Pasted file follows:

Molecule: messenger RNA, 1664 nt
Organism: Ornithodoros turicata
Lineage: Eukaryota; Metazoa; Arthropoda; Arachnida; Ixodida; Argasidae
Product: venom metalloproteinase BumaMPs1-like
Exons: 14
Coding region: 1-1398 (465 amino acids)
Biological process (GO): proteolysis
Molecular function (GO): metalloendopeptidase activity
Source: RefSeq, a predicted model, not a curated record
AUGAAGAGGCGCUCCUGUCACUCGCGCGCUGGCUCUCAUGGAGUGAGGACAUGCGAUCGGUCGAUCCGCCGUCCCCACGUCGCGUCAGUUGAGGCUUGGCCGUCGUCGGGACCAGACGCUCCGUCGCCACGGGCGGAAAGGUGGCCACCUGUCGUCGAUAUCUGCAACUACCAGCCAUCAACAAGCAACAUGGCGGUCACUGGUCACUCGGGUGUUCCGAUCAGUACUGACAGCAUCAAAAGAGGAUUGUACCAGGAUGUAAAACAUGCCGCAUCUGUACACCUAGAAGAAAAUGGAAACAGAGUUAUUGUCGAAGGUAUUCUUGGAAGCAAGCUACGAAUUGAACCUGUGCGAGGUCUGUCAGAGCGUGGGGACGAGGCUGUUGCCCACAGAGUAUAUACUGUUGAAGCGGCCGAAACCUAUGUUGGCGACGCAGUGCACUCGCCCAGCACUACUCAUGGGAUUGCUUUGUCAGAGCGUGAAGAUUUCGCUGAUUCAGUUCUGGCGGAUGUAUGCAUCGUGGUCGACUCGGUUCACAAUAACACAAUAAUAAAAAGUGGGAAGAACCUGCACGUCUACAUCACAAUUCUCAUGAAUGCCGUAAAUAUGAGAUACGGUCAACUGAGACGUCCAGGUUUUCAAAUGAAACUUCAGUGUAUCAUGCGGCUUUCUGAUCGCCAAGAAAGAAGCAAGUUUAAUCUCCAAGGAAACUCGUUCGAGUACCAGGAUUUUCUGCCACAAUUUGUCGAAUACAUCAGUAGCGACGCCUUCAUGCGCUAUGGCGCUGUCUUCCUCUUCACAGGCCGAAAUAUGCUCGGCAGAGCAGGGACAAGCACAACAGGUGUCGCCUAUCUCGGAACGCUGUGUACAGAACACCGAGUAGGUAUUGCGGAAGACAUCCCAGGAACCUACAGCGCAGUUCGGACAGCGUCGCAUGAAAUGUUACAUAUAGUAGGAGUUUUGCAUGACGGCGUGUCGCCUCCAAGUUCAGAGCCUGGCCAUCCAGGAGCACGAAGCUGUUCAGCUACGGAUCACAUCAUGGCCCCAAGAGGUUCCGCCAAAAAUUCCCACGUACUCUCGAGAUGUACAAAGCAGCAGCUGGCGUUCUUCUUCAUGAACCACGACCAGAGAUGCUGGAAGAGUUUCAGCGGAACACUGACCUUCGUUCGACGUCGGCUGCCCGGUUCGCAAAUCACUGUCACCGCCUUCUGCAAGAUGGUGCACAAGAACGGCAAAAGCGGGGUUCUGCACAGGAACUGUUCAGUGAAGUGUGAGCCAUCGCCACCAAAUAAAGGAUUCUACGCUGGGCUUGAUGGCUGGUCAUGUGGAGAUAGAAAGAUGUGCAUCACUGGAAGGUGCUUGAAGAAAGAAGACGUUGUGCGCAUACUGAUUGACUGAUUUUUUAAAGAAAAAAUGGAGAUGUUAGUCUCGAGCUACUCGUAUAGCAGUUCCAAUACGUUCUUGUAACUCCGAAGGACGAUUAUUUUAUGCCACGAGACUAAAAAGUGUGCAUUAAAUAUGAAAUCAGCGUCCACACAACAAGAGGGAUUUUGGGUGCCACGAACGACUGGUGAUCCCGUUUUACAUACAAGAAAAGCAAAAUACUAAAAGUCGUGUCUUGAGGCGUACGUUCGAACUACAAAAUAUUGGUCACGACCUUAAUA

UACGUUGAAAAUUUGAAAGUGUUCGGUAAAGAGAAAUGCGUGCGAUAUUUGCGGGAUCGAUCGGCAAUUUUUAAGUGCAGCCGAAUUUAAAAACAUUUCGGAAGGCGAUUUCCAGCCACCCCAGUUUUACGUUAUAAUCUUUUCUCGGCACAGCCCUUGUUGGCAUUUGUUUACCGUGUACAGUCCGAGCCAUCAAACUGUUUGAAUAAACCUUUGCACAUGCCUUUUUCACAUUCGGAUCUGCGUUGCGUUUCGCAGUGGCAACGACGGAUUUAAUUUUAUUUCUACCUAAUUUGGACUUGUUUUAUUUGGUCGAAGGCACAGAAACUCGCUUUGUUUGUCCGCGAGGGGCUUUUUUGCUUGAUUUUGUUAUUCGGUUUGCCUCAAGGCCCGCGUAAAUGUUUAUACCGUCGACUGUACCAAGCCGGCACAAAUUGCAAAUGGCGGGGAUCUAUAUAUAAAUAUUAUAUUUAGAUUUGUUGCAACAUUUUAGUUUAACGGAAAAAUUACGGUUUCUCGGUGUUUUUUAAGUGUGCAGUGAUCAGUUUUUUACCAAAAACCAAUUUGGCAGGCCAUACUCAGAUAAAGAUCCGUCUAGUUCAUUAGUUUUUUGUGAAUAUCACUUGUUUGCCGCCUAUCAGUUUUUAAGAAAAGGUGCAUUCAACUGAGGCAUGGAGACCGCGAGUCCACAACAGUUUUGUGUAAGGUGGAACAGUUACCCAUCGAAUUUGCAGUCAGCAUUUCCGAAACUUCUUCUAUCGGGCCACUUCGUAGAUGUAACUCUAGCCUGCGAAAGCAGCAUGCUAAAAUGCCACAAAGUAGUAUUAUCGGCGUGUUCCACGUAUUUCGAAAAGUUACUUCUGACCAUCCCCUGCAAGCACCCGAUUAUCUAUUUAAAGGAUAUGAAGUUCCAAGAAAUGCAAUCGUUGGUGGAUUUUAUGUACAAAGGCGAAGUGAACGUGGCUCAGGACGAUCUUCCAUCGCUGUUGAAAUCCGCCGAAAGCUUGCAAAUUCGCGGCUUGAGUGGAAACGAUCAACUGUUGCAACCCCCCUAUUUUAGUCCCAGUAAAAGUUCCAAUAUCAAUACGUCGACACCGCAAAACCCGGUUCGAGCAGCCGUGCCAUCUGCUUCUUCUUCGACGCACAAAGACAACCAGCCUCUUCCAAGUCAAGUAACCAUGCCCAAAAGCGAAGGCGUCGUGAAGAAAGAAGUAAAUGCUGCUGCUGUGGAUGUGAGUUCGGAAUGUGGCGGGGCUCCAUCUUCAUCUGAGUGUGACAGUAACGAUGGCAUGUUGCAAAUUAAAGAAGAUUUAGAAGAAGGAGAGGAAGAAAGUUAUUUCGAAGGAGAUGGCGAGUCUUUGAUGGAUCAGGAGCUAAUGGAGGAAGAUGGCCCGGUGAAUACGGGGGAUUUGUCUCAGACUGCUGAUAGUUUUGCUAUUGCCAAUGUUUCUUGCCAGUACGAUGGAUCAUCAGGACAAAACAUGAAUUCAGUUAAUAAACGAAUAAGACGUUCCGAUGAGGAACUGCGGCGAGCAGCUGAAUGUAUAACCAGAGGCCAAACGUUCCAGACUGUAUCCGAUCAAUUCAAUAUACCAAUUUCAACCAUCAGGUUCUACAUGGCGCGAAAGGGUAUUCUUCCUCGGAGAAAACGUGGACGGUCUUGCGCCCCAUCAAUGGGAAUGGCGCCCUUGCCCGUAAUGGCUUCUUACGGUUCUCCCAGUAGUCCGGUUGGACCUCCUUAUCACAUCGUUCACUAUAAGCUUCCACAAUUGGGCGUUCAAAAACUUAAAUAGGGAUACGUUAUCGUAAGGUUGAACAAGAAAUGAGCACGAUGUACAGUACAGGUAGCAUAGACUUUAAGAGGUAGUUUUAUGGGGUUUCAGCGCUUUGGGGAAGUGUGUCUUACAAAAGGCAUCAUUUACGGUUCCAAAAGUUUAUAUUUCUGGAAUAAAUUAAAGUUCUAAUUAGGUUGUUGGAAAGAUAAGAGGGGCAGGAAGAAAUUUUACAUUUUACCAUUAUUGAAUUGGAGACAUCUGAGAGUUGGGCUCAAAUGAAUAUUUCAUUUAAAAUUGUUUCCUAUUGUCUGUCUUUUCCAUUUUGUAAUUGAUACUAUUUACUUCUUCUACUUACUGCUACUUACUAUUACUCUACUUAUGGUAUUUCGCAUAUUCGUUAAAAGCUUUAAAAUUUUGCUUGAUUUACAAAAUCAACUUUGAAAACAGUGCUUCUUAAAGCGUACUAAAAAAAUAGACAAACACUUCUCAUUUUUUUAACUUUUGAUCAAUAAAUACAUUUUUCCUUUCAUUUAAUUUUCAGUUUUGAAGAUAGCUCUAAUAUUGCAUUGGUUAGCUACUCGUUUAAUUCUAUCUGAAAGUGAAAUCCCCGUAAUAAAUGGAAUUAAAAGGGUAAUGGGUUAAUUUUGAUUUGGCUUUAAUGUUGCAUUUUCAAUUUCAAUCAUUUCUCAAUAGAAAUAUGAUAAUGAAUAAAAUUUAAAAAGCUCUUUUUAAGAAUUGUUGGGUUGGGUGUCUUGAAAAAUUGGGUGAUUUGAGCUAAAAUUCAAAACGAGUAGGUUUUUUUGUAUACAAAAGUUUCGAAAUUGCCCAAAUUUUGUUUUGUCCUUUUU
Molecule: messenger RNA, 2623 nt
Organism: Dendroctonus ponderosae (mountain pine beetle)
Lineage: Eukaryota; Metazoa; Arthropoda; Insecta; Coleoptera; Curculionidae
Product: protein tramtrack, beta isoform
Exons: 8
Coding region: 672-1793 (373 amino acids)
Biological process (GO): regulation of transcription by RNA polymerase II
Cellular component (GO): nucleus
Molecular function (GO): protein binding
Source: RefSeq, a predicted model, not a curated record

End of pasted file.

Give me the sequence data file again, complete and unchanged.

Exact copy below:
Molecule: messenger RNA, 1664 nt
Organism: Ornithodoros turicata
Lineage: Eukaryota; Metazoa; Arthropoda; Arachnida; Ixodida; Argasidae
Product: venom metalloproteinase BumaMPs1-like
Exons: 14
Coding region: 1-1398 (465 amino acids)
Biological process (GO): proteolysis
Molecular function (GO): metalloendopeptidase activity
Source: RefSeq, a predicted model, not a curated record
AUGAAGAGGCGCUCCUGUCACUCGCGCGCUGGCUCUCAUGGAGUGAGGACAUGCGAUCGGUCGAUCCGCCGUCCCCACGUCGCGUCAGUUGAGGCUUGGCCGUCGUCGGGACCAGACGCUCCGUCGCCACGGGCGGAAAGGUGGCCACCUGUCGUCGAUAUCUGCAACUACCAGCCAUCAACAAGCAACAUGGCGGUCACUGGUCACUCGGGUGUUCCGAUCAGUACUGACAGCAUCAAAAGAGGAUUGUACCAGGAUGUAAAACAUGCCGCAUCUGUACACCUAGAAGAAAAUGGAAACAGAGUUAUUGUCGAAGGUAUUCUUGGAAGCAAGCUACGAAUUGAACCUGUGCGAGGUCUGUCAGAGCGUGGGGACGAGGCUGUUGCCCACAGAGUAUAUACUGUUGAAGCGGCCGAAACCUAUGUUGGCGACGCAGUGCACUCGCCCAGCACUACUCAUGGGAUUGCUUUGUCAGAGCGUGAAGAUUUCGCUGAUUCAGUUCUGGCGGAUGUAUGCAUCGUGGUCGACUCGGUUCACAAUAACACAAUAAUAAAAAGUGGGAAGAACCUGCACGUCUACAUCACAAUUCUCAUGAAUGCCGUAAAUAUGAGAUACGGUCAACUGAGACGUCCAGGUUUUCAAAUGAAACUUCAGUGUAUCAUGCGGCUUUCUGAUCGCCAAGAAAGAAGCAAGUUUAAUCUCCAAGGAAACUCGUUCGAGUACCAGGAUUUUCUGCCACAAUUUGUCGAAUACAUCAGUAGCGACGCCUUCAUGCGCUAUGGCGCUGUCUUCCUCUUCACAGGCCGAAAUAUGCUCGGCAGAGCAGGGACAAGCACAACAGGUGUCGCCUAUCUCGGAACGCUGUGUACAGAACACCGAGUAGGUAUUGCGGAAGACAUCCCAGGAACCUACAGCGCAGUUCGGACAGCGUCGCAUGAAAUGUUACAUAUAGUAGGAGUUUUGCAUGACGGCGUGUCGCCUCCAAGUUCAGAGCCUGGCCAUCCAGGAGCACGAAGCUGUUCAGCUACGGAUCACAUCAUGGCCCCAAGAGGUUCCGCCAAAAAUUCCCACGUACUCUCGAGAUGUACAAAGCAGCAGCUGGCGUUCUUCUUCAUGAACCACGACCAGAGAUGCUGGAAGAGUUUCAGCGGAACACUGACCUUCGUUCGACGUCGGCUGCCCGGUUCGCAAAUCACUGUCACCGCCUUCUGCAAGAUGGUGCACAAGAACGGCAAAAGCGGGGUUCUGCACAGGAACUGUUCAGUGAAGUGUGAGCCAUCGCCACCAAAUAAAGGAUUCUACGCUGGGCUUGAUGGCUGGUCAUGUGGAGAUAGAAAGAUGUGCAUCACUGGAAGGUGCUUGAAGAAAGAAGACGUUGUGCGCAUACUGAUUGACUGAUUUUUUAAAGAAAAAAUGGAGAUGUUAGUCUCGAGCUACUCGUAUAGCAGUUCCAAUACGUUCUUGUAACUCCGAAGGACGAUUAUUUUAUGCCACGAGACUAAAAAGUGUGCAUUAAAUAUGAAAUCAGCGUCCACACAACAAGAGGGAUUUUGGGUGCCACGAACGACUGGUGAUCCCGUUUUACAUACAAGAAAAGCAAAAUACUAAAAGUCGUGUCUUGAGGCGUACGUUCGAACUACAAAAUAUUGGUCACGACCUUAAUA

UACGUUGAAAAUUUGAAAGUGUUCGGUAAAGAGAAAUGCGUGCGAUAUUUGCGGGAUCGAUCGGCAAUUUUUAAGUGCAGCCGAAUUUAAAAACAUUUCGGAAGGCGAUUUCCAGCCACCCCAGUUUUACGUUAUAAUCUUUUCUCGGCACAGCCCUUGUUGGCAUUUGUUUACCGUGUACAGUCCGAGCCAUCAAACUGUUUGAAUAAACCUUUGCACAUGCCUUUUUCACAUUCGGAUCUGCGUUGCGUUUCGCAGUGGCAACGACGGAUUUAAUUUUAUUUCUACCUAAUUUGGACUUGUUUUAUUUGGUCGAAGGCACAGAAACUCGCUUUGUUUGUCCGCGAGGGGCUUUUUUGCUUGAUUUUGUUAUUCGGUUUGCCUCAAGGCCCGCGUAAAUGUUUAUACCGUCGACUGUACCAAGCCGGCACAAAUUGCAAAUGGCGGGGAUCUAUAUAUAAAUAUUAUAUUUAGAUUUGUUGCAACAUUUUAGUUUAACGGAAAAAUUACGGUUUCUCGGUGUUUUUUAAGUGUGCAGUGAUCAGUUUUUUACCAAAAACCAAUUUGGCAGGCCAUACUCAGAUAAAGAUCCGUCUAGUUCAUUAGUUUUUUGUGAAUAUCACUUGUUUGCCGCCUAUCAGUUUUUAAGAAAAGGUGCAUUCAACUGAGGCAUGGAGACCGCGAGUCCACAACAGUUUUGUGUAAGGUGGAACAGUUACCCAUCGAAUUUGCAGUCAGCAUUUCCGAAACUUCUUCUAUCGGGCCACUUCGUAGAUGUAACUCUAGCCUGCGAAAGCAGCAUGCUAAAAUGCCACAAAGUAGUAUUAUCGGCGUGUUCCACGUAUUUCGAAAAGUUACUUCUGACCAUCCCCUGCAAGCACCCGAUUAUCUAUUUAAAGGAUAUGAAGUUCCAAGAAAUGCAAUCGUUGGUGGAUUUUAUGUACAAAGGCGAAGUGAACGUGGCUCAGGACGAUCUUCCAUCGCUGUUGAAAUCCGCCGAAAGCUUGCAAAUUCGCGGCUUGAGUGGAAACGAUCAACUGUUGCAACCCCCCUAUUUUAGUCCCAGUAAAAGUUCCAAUAUCAAUACGUCGACACCGCAAAACCCGGUUCGAGCAGCCGUGCCAUCUGCUUCUUCUUCGACGCACAAAGACAACCAGCCUCUUCCAAGUCAAGUAACCAUGCCCAAAAGCGAAGGCGUCGUGAAGAAAGAAGUAAAUGCUGCUGCUGUGGAUGUGAGUUCGGAAUGUGGCGGGGCUCCAUCUUCAUCUGAGUGUGACAGUAACGAUGGCAUGUUGCAAAUUAAAGAAGAUUUAGAAGAAGGAGAGGAAGAAAGUUAUUUCGAAGGAGAUGGCGAGUCUUUGAUGGAUCAGGAGCUAAUGGAGGAAGAUGGCCCGGUGAAUACGGGGGAUUUGUCUCAGACUGCUGAUAGUUUUGCUAUUGCCAAUGUUUCUUGCCAGUACGAUGGAUCAUCAGGACAAAACAUGAAUUCAGUUAAUAAACGAAUAAGACGUUCCGAUGAGGAACUGCGGCGAGCAGCUGAAUGUAUAACCAGAGGCCAAACGUUCCAGACUGUAUCCGAUCAAUUCAAUAUACCAAUUUCAACCAUCAGGUUCUACAUGGCGCGAAAGGGUAUUCUUCCUCGGAGAAAACGUGGACGGUCUUGCGCCCCAUCAAUGGGAAUGGCGCCCUUGCCCGUAAUGGCUUCUUACGGUUCUCCCAGUAGUCCGGUUGGACCUCCUUAUCACAUCGUUCACUAUAAGCUUCCACAAUUGGGCGUUCAAAAACUUAAAUAGGGAUACGUUAUCGUAAGGUUGAACAAGAAAUGAGCACGAUGUACAGUACAGGUAGCAUAGACUUUAAGAGGUAGUUUUAUGGGGUUUCAGCGCUUUGGGGAAGUGUGUCUUACAAAAGGCAUCAUUUACGGUUCCAAAAGUUUAUAUUUCUGGAAUAAAUUAAAGUUCUAAUUAGGUUGUUGGAAAGAUAAGAGGGGCAGGAAGAAAUUUUACAUUUUACCAUUAUUGAAUUGGAGACAUCUGAGAGUUGGGCUCAAAUGAAUAUUUCAUUUAAAAUUGUUUCCUAUUGUCUGUCUUUUCCAUUUUGUAAUUGAUACUAUUUACUUCUUCUACUUACUGCUACUUACUAUUACUCUACUUAUGGUAUUUCGCAUAUUCGUUAAAAGCUUUAAAAUUUUGCUUGAUUUACAAAAUCAACUUUGAAAACAGUGCUUCUUAAAGCGUACUAAAAAAAUAGACAAACACUUCUCAUUUUUUUAACUUUUGAUCAAUAAAUACAUUUUUCCUUUCAUUUAAUUUUCAGUUUUGAAGAUAGCUCUAAUAUUGCAUUGGUUAGCUACUCGUUUAAUUCUAUCUGAAAGUGAAAUCCCCGUAAUAAAUGGAAUUAAAAGGGUAAUGGGUUAAUUUUGAUUUGGCUUUAAUGUUGCAUUUUCAAUUUCAAUCAUUUCUCAAUAGAAAUAUGAUAAUGAAUAAAAUUUAAAAAGCUCUUUUUAAGAAUUGUUGGGUUGGGUGUCUUGAAAAAUUGGGUGAUUUGAGCUAAAAUUCAAAACGAGUAGGUUUUUUUGUAUACAAAAGUUUCGAAAUUGCCCAAAUUUUGUUUUGUCCUUUUU
Molecule: messenger RNA, 2623 nt
Organism: Dendroctonus ponderosae (mountain pine beetle)
Lineage: Eukaryota; Metazoa; Arthropoda; Insecta; Coleoptera; Curculionidae
Product: protein tramtrack, beta isoform
Exons: 8
Coding region: 672-1793 (373 amino acids)
Biological process (GO): regulation of transcription by RNA polymerase II
Cellular component (GO): nucleus
Molecular function (GO): protein binding
Source: RefSeq, a predicted model, not a curated record